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Re: Oral Glutathione - useless
 
AHarleyGyrl Views: 2,036
Published: 14 years ago
 
This is a reply to # 1,006,005

Re: Oral Glutathione - useless


Witschi and coworkers found that "it is not possible to increase circulating glutathione to a clinically beneficial extent by the oral administration of a single dose of 3 g of glutathione." However Glutathione precursors such as undenatured whey protein and N-acetyl-cysteine have been shown to increase glutathione content within the cell. N-acetylcysteine is a generically available supplement which has been demonstrated to increase intracellular reduced and total glutathione by 92% and 58% respectively.

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This is intersting about S.O.D.

Glisodin is a cantaloupe melon extract rich in vegetal superoxide dismutase covered by polymeric films of wheat matrix gliadin. This is the only proven orally effective delivery of SOD.

In the research, this SOD/gliadin complex is also called Glisodine and Oxykine. It is the same material.

Rationale

The natural process of oxygen metabolism results in the development of reactive oxygen species (ROS). In order to protect the body from highly toxic ROS, the body has acquired anti-oxidative stress mechanisms, or an antioxidant defense system. These anti-oxidative stress mechanisms are localized in tissues and inside the cells where ROS are generated.

If the amount of ROS exceeds the limit of the antioxidant defense system of the body for any reason, the damage to the cells results in not only aging but also in some pathological processes.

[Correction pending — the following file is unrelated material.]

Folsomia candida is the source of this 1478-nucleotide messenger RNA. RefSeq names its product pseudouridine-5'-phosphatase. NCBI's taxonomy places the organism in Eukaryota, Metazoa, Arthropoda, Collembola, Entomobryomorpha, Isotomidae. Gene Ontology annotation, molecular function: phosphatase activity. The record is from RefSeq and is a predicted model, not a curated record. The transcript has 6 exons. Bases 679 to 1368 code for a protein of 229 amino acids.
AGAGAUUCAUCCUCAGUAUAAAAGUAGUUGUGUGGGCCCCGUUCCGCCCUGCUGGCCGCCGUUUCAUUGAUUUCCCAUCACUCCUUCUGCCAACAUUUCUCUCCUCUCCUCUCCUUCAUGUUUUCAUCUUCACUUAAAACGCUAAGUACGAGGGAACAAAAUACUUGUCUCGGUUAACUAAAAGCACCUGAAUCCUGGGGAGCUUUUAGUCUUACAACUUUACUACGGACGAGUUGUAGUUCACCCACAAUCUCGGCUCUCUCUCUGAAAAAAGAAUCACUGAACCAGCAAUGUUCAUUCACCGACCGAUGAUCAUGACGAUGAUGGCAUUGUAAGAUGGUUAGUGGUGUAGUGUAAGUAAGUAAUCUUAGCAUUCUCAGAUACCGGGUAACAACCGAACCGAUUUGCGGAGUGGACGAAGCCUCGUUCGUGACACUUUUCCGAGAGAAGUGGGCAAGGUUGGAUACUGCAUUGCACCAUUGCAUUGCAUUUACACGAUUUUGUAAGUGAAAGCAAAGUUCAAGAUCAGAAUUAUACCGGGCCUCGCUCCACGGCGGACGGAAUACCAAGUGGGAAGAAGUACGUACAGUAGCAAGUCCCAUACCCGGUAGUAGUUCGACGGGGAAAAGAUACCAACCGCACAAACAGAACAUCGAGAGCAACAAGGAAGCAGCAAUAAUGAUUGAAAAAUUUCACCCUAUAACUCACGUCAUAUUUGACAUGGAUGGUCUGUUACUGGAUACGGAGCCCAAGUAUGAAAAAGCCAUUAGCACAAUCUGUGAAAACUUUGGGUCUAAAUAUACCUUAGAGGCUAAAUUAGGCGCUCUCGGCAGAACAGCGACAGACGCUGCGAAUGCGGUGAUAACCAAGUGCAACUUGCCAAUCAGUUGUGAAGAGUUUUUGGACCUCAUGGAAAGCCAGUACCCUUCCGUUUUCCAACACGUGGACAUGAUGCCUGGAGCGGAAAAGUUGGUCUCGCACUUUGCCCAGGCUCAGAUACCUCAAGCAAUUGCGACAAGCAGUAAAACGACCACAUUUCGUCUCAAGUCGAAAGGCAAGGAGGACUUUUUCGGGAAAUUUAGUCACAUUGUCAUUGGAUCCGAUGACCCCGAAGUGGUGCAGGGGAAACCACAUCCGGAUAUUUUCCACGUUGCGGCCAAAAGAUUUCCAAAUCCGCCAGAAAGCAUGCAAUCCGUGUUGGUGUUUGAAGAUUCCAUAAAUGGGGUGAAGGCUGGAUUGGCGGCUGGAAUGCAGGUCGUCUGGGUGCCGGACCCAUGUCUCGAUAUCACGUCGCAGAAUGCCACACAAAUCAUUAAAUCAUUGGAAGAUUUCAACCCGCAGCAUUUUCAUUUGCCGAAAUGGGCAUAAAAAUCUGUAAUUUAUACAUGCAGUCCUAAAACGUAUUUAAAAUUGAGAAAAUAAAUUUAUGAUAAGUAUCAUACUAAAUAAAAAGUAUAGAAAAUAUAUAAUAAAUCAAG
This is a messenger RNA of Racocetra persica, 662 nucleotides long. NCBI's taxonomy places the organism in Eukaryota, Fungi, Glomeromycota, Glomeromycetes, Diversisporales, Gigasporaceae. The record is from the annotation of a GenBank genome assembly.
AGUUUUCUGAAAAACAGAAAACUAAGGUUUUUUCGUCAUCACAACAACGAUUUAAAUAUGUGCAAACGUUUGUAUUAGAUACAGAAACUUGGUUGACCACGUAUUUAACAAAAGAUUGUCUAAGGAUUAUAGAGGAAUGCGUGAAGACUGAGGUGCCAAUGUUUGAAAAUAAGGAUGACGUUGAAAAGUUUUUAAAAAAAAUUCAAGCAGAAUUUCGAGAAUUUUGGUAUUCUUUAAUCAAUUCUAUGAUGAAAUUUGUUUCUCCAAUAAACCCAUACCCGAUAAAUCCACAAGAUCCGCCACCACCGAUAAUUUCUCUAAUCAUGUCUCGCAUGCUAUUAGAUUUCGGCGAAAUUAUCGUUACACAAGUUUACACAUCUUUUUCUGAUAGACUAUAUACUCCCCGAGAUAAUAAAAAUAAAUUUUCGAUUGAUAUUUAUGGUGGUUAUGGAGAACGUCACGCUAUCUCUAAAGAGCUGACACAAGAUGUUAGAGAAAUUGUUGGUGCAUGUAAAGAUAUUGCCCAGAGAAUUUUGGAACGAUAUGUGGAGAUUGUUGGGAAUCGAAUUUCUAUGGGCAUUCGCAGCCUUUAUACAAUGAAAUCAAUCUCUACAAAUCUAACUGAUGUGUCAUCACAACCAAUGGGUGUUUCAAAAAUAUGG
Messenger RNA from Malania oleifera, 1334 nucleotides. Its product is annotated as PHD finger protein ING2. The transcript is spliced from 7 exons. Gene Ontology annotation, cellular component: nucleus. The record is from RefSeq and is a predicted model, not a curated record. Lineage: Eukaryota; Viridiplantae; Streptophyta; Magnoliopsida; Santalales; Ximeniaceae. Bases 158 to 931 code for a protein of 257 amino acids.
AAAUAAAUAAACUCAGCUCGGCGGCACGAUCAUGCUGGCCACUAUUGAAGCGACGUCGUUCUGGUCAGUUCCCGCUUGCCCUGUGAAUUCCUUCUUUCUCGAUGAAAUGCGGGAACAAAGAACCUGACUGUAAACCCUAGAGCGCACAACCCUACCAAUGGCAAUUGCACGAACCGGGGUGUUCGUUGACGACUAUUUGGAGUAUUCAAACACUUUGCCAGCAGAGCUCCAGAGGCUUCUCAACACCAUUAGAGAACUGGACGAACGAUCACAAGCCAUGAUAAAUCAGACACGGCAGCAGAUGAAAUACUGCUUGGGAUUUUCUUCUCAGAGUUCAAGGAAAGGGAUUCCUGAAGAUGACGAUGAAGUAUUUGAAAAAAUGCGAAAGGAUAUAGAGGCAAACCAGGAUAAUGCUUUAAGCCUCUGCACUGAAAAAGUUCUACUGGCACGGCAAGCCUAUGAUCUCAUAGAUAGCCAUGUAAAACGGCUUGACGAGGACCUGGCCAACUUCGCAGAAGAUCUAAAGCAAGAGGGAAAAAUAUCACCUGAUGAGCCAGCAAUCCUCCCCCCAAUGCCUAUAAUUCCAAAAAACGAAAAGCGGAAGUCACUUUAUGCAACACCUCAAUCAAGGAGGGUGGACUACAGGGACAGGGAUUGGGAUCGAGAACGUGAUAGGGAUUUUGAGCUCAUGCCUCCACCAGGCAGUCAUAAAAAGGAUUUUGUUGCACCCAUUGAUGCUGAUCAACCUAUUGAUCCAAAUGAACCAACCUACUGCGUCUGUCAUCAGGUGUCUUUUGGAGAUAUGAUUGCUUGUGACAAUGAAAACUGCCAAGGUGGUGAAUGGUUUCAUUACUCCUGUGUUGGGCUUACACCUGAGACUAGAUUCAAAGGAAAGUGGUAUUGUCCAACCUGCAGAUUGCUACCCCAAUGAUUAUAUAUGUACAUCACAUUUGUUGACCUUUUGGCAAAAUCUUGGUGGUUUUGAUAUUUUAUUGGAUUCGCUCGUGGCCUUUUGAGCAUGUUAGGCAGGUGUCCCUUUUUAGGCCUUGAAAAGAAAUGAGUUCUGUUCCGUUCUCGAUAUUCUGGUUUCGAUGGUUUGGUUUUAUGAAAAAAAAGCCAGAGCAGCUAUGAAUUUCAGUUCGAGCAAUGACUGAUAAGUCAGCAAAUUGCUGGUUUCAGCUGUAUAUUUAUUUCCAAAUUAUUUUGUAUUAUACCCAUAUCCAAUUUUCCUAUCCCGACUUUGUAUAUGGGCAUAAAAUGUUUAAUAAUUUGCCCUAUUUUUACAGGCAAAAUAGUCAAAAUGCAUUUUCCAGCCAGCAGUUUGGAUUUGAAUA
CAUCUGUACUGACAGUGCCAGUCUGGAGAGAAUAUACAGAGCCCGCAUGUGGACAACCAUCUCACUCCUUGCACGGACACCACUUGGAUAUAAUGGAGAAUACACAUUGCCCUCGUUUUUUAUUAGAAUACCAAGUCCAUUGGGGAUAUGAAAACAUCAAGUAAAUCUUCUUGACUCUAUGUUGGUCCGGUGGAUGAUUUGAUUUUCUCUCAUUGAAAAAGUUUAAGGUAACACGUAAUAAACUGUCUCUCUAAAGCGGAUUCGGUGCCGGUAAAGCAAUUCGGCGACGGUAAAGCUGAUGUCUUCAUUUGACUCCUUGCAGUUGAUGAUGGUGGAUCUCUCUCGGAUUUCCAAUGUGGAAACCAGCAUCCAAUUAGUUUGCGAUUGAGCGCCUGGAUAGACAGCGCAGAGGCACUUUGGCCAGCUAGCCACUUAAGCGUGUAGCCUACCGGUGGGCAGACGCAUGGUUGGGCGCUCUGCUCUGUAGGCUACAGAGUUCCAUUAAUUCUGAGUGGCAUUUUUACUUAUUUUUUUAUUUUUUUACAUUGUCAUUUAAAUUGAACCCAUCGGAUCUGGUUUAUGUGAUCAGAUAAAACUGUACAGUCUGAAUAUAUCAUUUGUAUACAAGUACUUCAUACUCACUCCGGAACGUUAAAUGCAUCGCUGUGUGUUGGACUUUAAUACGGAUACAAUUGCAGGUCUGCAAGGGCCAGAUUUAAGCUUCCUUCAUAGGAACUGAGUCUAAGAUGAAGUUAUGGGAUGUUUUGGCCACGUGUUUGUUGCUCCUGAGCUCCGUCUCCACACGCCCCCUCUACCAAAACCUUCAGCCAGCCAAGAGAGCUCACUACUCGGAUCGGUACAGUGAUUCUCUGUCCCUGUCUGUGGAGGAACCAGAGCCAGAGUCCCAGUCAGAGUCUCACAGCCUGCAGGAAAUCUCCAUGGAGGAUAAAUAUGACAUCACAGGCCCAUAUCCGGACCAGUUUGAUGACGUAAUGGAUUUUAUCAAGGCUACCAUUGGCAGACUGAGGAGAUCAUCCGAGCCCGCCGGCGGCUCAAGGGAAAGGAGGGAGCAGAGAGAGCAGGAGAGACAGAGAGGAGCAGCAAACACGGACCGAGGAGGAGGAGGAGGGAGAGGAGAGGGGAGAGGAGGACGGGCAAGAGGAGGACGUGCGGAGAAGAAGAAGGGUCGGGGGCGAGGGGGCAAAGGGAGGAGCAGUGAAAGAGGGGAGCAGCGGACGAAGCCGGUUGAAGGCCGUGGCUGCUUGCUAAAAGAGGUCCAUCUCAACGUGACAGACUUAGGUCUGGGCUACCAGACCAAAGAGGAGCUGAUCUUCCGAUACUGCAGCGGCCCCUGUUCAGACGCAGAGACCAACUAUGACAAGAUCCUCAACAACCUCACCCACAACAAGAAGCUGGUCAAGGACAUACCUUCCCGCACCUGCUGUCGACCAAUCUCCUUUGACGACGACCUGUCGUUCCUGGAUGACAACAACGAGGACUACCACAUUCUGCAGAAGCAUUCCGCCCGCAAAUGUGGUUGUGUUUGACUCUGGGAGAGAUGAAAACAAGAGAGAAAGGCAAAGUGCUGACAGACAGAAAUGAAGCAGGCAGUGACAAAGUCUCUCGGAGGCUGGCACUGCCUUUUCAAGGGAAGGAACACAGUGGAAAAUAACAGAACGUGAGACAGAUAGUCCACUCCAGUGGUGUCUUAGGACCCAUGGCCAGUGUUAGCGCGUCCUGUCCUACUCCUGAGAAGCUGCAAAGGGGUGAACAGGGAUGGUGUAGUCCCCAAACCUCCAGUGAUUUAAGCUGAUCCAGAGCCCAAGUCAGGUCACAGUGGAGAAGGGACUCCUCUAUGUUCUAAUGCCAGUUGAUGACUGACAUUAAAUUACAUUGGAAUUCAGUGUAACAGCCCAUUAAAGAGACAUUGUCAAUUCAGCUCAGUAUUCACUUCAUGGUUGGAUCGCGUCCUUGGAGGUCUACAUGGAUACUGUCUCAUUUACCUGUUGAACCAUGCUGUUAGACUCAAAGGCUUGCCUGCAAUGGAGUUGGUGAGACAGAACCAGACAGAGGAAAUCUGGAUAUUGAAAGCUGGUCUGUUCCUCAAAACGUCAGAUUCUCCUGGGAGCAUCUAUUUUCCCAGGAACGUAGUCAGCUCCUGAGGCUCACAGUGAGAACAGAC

The powerful natural antioxidant enzyme superoxide dismutase (SOD) acts at the very source of the chain reaction that produces (ROS). SOD therefore constitutes the first and one of the main links of the defense process against free radical damage.

Therapeutic administration of SOD to address insufficiency has not been effective orally. SOD has an extremely fragile molecular structure, and non-protected SOD is destroyed by stomach acids and digestive enzymes.

This limitation has been overcome with the use of gliadin, a wheat protein recognized as a carrier for controlled drug release. The complex of gliadin with a vegetable sourced SOD (a melon, cucumis melo) has resulted in an orally effective delivery system.

Glisodin has been shown to be orally effective in several in vivo studies on animals as well as in clinical trials.  In these studies, glisodin has been shown to preserve the antioxidant activity of the SOD enzyme, resulting in an increase in organ and circulating SOD levels. Further, in vivo and clinical research has substantiated the anti-inflammatory and immunomodulatory properties of glisodin.

http://www.glisodin.org/glisodin.htm

 

 
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